Adapted Physical Education

Contact :: Dreama McCoy, 984-236-2557

Physical Education (PE) and the Law

North Carolina state law requires physical education for all students. Under the Individuals with Disabilities Education Act (IDEA), Adapted Physical Education is required for those students with disabilities who require specially designed instruction in order to receive Physical Education. Physical Education includes:

  • Physical and motor fitness
  • Fundamental motor skills and patterns
  • Skills in individual and group games and sports, and activities (including intramural and life-time sports)

Physical education is a curricular area available to all students. If the student cannot participate in the general physical education program, specially designed individualized instruction in PE (Adapted PE) shall be provided.

What is Adapted Physical Education (APE)? 

Adapted Physical Education (also called specially designed instruction) is instruction in physical education that is designed on an individual basis to meet the needs of a child with a disability.

How is the Need for APE Determined?

  • The IEP team determines a student’s need for APE.
  • The IEP team should include an APE specialist, if available, and the general education PE teacher. When the PE curriculum, student needs and/or APE eligibility is being discussed by the IEP team, educators knowledgeable in the PE curriculum need to be present.
  • To determine eligibility, an APE evaluation must take place in accordance with NC Policies Governing Services for Children with Disabilities {NC 1500-2-11A}.
  • Goal (s) must be developed if eligibility for Adapted PE is determined.

Where is Adapted PE Provided? 

APE, like all special education, is offered in the least restrictive environment. Students with disabilities must be included to the maximum extent possible in the general physical education program. For students with disabilities who are receiving APE, and students who are participating in the general PE program with accommodations/modifications, a continuum of placement options may include one or more of the following:

  • General physical education setting
  • General PE setting with accommodations/modifications
  • General PE setting with assistance from staff and/or APE specialist
  • A separate PE class setting with peers and additional staff as needed
  • Separate public school

The inclusion of students with disabilities into the general PE curriculum should not compromise the learning of other students in the class setting. However, supplementary aids and supports must be tried before placing a student in a more restrictive setting.

Resources

Tab/Accordion Items

Adapted Physical Education Winter Webinar

Title:  APE Report Writing

Presenter:  Dr. Kaky McPeak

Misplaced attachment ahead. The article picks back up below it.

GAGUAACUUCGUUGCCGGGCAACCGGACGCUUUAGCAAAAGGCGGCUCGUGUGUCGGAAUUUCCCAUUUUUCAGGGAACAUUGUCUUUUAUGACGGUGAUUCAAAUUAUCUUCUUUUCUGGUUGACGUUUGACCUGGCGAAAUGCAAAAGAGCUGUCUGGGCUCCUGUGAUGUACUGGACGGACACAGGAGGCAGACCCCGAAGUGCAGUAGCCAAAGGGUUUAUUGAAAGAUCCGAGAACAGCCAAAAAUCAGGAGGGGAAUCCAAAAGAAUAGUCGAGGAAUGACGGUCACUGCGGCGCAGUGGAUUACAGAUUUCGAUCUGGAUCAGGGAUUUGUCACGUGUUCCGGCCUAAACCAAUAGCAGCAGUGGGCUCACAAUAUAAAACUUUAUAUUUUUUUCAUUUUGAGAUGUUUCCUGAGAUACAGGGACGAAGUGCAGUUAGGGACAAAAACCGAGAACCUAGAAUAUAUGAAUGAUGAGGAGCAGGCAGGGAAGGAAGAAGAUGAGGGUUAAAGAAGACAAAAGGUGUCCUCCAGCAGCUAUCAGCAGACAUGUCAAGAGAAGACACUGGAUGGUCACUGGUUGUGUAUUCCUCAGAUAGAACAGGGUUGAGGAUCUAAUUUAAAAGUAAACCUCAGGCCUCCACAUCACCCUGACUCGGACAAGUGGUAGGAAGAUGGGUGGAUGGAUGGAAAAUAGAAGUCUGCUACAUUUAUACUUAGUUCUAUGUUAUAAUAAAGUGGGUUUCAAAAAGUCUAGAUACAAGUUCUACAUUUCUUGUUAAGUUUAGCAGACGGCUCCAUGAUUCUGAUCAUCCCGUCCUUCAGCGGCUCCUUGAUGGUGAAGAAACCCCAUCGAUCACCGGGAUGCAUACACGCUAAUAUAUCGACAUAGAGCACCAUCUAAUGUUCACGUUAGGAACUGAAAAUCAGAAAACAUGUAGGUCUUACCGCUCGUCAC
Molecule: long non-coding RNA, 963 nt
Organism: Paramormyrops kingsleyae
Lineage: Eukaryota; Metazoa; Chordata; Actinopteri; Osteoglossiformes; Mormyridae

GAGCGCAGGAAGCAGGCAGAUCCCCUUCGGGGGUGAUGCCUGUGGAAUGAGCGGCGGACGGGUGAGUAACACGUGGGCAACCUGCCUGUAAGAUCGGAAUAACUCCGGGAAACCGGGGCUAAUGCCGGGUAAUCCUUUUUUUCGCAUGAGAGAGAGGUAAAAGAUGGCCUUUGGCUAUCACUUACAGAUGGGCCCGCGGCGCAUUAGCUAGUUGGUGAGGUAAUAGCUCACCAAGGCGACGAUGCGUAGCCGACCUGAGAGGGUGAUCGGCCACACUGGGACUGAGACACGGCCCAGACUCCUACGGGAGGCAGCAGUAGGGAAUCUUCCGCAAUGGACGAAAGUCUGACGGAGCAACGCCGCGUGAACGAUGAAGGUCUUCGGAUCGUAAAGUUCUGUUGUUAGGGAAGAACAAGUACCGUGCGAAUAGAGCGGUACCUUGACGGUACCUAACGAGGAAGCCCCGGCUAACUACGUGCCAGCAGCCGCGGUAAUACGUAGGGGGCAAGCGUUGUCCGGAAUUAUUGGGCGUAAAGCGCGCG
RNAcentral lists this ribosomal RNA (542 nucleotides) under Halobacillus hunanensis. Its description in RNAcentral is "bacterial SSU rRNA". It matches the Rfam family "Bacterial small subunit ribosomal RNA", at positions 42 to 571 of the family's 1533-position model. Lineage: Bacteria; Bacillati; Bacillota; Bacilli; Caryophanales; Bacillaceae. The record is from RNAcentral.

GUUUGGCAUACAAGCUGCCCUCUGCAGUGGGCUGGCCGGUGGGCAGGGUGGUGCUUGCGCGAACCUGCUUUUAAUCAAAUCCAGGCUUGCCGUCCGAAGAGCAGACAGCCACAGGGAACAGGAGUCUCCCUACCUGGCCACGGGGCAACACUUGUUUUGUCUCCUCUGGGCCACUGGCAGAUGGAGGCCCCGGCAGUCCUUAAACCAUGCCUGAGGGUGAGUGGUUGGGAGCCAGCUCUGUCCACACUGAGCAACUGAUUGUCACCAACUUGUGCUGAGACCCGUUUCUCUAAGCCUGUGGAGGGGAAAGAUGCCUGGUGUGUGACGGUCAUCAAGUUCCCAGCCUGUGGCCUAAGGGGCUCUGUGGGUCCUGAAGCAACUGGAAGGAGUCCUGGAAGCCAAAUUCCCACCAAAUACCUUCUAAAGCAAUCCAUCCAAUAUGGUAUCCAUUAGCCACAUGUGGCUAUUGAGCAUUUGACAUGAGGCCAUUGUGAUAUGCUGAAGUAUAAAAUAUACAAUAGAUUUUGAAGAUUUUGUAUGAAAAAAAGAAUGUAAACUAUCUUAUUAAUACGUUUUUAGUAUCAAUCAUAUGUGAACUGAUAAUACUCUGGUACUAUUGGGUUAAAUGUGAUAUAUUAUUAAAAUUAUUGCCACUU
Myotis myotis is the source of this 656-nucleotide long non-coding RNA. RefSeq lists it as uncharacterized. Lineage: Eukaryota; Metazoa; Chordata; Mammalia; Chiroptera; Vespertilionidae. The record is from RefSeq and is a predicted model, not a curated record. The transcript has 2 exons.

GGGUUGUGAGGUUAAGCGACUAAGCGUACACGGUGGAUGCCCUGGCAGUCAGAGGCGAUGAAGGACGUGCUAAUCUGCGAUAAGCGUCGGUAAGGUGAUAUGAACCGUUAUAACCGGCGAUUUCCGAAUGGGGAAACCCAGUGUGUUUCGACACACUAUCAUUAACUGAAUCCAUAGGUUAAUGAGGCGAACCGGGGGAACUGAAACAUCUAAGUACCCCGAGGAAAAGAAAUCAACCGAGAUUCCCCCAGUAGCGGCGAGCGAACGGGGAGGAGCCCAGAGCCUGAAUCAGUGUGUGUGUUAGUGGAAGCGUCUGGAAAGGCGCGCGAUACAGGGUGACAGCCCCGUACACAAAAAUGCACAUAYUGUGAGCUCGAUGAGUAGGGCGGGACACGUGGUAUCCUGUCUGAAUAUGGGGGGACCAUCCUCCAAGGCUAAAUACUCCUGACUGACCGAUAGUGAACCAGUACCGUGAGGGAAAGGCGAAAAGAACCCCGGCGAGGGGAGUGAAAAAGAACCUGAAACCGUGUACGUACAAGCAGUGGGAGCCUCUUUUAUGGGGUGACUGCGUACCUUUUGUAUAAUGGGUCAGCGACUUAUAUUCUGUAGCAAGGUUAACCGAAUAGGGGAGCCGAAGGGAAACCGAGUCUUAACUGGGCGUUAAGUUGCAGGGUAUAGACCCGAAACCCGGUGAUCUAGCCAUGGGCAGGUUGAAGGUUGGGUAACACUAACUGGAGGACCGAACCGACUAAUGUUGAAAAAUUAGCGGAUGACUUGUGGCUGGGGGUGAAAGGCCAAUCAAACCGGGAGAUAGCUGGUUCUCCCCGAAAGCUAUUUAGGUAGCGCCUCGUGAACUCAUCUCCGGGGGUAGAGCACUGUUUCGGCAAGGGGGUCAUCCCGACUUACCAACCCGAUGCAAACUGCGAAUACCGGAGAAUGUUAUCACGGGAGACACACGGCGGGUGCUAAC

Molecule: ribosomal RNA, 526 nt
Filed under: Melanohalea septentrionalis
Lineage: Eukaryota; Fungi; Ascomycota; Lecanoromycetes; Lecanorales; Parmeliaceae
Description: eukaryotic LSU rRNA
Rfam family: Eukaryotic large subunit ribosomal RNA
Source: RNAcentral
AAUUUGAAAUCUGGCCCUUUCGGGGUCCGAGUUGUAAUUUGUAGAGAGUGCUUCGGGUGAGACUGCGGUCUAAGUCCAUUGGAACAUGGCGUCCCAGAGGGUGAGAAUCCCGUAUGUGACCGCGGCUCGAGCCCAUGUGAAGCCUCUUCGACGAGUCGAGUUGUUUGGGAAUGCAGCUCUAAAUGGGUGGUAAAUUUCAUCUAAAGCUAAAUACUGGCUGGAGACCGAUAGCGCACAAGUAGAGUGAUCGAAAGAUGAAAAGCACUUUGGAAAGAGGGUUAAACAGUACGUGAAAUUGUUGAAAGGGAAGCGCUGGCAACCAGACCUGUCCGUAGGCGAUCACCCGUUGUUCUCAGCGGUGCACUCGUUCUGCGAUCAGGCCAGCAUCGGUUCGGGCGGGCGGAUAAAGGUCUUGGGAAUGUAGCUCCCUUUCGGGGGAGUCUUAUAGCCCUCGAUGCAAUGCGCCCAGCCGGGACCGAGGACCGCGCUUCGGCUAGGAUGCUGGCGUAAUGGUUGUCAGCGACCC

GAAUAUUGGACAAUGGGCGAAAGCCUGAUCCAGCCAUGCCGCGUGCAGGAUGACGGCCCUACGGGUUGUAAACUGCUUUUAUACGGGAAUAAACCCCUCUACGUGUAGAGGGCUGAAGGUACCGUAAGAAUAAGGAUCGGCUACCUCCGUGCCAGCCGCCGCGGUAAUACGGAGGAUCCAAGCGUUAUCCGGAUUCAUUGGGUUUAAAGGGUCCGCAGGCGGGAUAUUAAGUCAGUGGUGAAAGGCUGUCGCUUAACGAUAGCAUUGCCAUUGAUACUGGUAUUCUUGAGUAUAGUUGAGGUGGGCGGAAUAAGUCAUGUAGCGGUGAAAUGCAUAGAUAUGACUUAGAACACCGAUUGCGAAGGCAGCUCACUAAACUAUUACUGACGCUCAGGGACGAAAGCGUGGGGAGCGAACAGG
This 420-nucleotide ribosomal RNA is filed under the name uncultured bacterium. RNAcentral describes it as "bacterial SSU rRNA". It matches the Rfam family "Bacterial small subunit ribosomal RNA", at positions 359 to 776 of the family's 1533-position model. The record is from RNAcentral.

Title:  Authentic Assessment in APE

Presenter:  Dr. Kaky McPeak

Adapted Physical Education Fall Webinar

Title: The APE Referral Process-How to Avoid Pitfalls!

Presenter: Dr. Kaky McPeak

Adapted Physical Education Spring Webinar

Title: APE Screenings and Assessments-How Do I Pick the Right One? What's Next?

Presenter: Dr. Kaky McPeak

Here you can find NC educational policies that define and explain adapted physical education, how eligibility is determined and how it should be provided.

NC Policies Governing Services for Children with Disabilities (June 2010)

NC 1500-2.1 Adapted physical education

(a) Children with disabilities shall have equal access to the provision of physical education. Physical education includes the development of:

  1. Physical and motor fitness;
  2. Fundamental motor skills and patterns; and
  3. Skills in individual and group games, sports, and activities (including intramural and life-time sports).

(b) If a child with a disability cannot participate in the regular physical education program, individualized instruction in physical education designed to meet the unique needs of the child shall be provided. Physical education may include:

  1. Modified physical education,
  2. Adapted/special physical education,
  3. Movement education, and
  4. Motor development. 

(c) Modified physical education is appropriate for a child who can participate in the general physical education program with accommodations or modifications. These modifications can include changing rules, equipment, time limits, etc. It can also include supports such as a sign language interpreter. (d) Adapted physical education (also called specially designed or special physical education) is instruction in physical education that is designed on an individual basis specifically to meet the needs of a child with a disability. 
(Authority: 20 U.S.C. 1401; 34 CFR 300.39(2)(3))


NC 1500-2.34 Special education

(a) General.

  1. Special education means specially designed instruction, at no cost to the parents, to meet the unique needs of a child with a disability, including 
    1. instruction conducted in the classroom, in the home, in hospitals and institutions, and in other settings; and
    2. Instruction in physical education
  2. Special education includes each of the following, if the services otherwise meet the requirements of paragraph (a)(1) of this section – 
    1. Speech-language pathology services,
    2. Travel training; and
    3. Vocational education.

(b) Individual special education terms defined. The terms in this definition are defined as follows:

  1. At no cost means that all specially-designed instruction is provided without charge, but does not preclude incidental fees that are normally charged to nondisabled students or their parents as a part of the regular education program.
  2. Physical education means – 
    1. The development of – 
      1. Physical and motor fitness;
      2. Fundamental motor skills and patterns; and
      3. Skills in games and sports.
    2. Includes special physical education, adapted physical education, movement education, and motor development.